The arrest of the founder of WikiLeaks; harassment occurs amidst the siege on the leak site
It is difficult to avoid the strong assumption that Julian Assange’s arrest yesterday in London — due to charges of coercion, rape and sexual harassment in Sweden — has some motivation from the deep grudge that the U.S. official institutions have projected towards the founder of WikiLeaks because of his determination to uncover the secrets of their diplomacy. The latest leak of over 250,000 classified and confidential State Department documents, whose impact has been enhanced by the work of systematizing and contextualizing conducted by five global newspapers, has provoked angry reactions in Washington, which were understandable in some cases but absolutely absurd in others, such as requiring that Assange be treated as a terrorist and that the organization he oversees as being guilty of involvement in terrorism under the legislation put in place in the U.S. after 9/11.
The allegations that have been made in Sweden against Assange are related to common crimes and are not related to his professional activities. For the moment, the U.S. is considering how to formulate a charge, based on the revelation of the secrets of its wars in Iraq and Afghanistan and its diplomacy, as well as the damage that has been inflicted by it, ultimately bringing the founder of WikiLeaks to American justice. The U.S. prosecutors do not have an easy task, but they are working on it.
Faced with the complaints that have been presented in Sweden, Assange has less political defense, and it remains to be seen whether there is a legal defense against what could develop due to the WikiLeaks activity. These allegations were admitted first, then dismissed, and later reopened so that the prosecution could finish filing the extradition request of the founder of WikiLeaks to Britain. Assange has no choice but to cooperate with the judicial system to fend off accusations that he considers false and avoid a conviction. This would give his enemies an excellent excuse to kill his organization, which has already been subjected to an unprecedented amount of computer and financial related harassment.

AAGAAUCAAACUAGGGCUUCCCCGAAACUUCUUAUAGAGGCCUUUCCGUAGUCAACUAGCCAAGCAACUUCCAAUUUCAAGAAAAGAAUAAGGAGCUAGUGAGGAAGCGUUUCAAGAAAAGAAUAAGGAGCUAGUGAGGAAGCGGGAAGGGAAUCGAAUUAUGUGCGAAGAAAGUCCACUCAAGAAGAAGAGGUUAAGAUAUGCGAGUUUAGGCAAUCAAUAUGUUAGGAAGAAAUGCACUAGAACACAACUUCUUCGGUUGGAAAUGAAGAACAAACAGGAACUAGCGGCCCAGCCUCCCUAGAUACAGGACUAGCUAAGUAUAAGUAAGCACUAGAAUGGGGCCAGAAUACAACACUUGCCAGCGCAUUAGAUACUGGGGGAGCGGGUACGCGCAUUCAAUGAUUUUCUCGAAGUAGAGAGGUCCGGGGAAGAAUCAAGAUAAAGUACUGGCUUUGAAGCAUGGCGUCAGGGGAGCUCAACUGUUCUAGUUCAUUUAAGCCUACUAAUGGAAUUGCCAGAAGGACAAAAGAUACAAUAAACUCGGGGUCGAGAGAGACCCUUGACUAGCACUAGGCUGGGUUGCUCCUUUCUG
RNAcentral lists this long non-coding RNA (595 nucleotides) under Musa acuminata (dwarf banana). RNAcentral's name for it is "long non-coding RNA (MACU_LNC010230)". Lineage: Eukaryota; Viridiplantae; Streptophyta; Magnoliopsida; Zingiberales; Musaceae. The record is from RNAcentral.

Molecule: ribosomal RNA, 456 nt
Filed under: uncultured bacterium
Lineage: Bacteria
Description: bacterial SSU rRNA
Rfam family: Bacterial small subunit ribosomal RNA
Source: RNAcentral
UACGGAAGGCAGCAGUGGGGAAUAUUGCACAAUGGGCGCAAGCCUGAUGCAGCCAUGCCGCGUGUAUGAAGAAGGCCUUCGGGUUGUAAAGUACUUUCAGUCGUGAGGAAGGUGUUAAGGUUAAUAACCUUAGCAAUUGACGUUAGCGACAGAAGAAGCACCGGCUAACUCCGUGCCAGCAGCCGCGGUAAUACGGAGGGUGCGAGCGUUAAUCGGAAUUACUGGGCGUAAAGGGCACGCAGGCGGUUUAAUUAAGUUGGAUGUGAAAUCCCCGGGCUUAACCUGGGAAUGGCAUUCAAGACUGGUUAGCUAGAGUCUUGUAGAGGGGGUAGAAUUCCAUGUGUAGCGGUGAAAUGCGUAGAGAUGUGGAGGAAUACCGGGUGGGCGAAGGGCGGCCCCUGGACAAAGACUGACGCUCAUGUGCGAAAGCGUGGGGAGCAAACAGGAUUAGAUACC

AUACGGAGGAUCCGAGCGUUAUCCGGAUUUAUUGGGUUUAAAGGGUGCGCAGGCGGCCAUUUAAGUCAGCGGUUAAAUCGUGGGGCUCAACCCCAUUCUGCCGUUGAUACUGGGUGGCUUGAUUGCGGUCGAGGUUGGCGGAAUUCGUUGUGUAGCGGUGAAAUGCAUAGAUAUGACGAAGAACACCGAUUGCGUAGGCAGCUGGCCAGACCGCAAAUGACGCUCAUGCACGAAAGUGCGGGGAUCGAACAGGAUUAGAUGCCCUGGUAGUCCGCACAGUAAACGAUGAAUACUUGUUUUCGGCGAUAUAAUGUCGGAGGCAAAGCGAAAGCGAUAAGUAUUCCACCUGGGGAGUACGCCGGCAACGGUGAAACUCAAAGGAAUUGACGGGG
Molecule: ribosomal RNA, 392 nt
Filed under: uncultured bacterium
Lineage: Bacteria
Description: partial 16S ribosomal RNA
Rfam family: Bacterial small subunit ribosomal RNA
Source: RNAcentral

Assange’s arrest and his being brought to justice portends an extradition process that will take time, in which the Swedish justice system will have to clarify the facts and the crimes of which Assange is accused to strict and fastidious British judges, as was shown in the case of dictator Pinochet. If he rids himself of these allegations, Assange shall surely face a more serious charge, which could come from the U.S. for revealing the secrets of its diplomacy. In terms of principle, it would be a serious position for whoever can formulate the charges, but one that is very difficult to articulate in court. Assange is not a government official and does not have U.S. citizenship. Also, he is not the author of the leaks but rather its divulger, so a strong political and legal defense can be expected.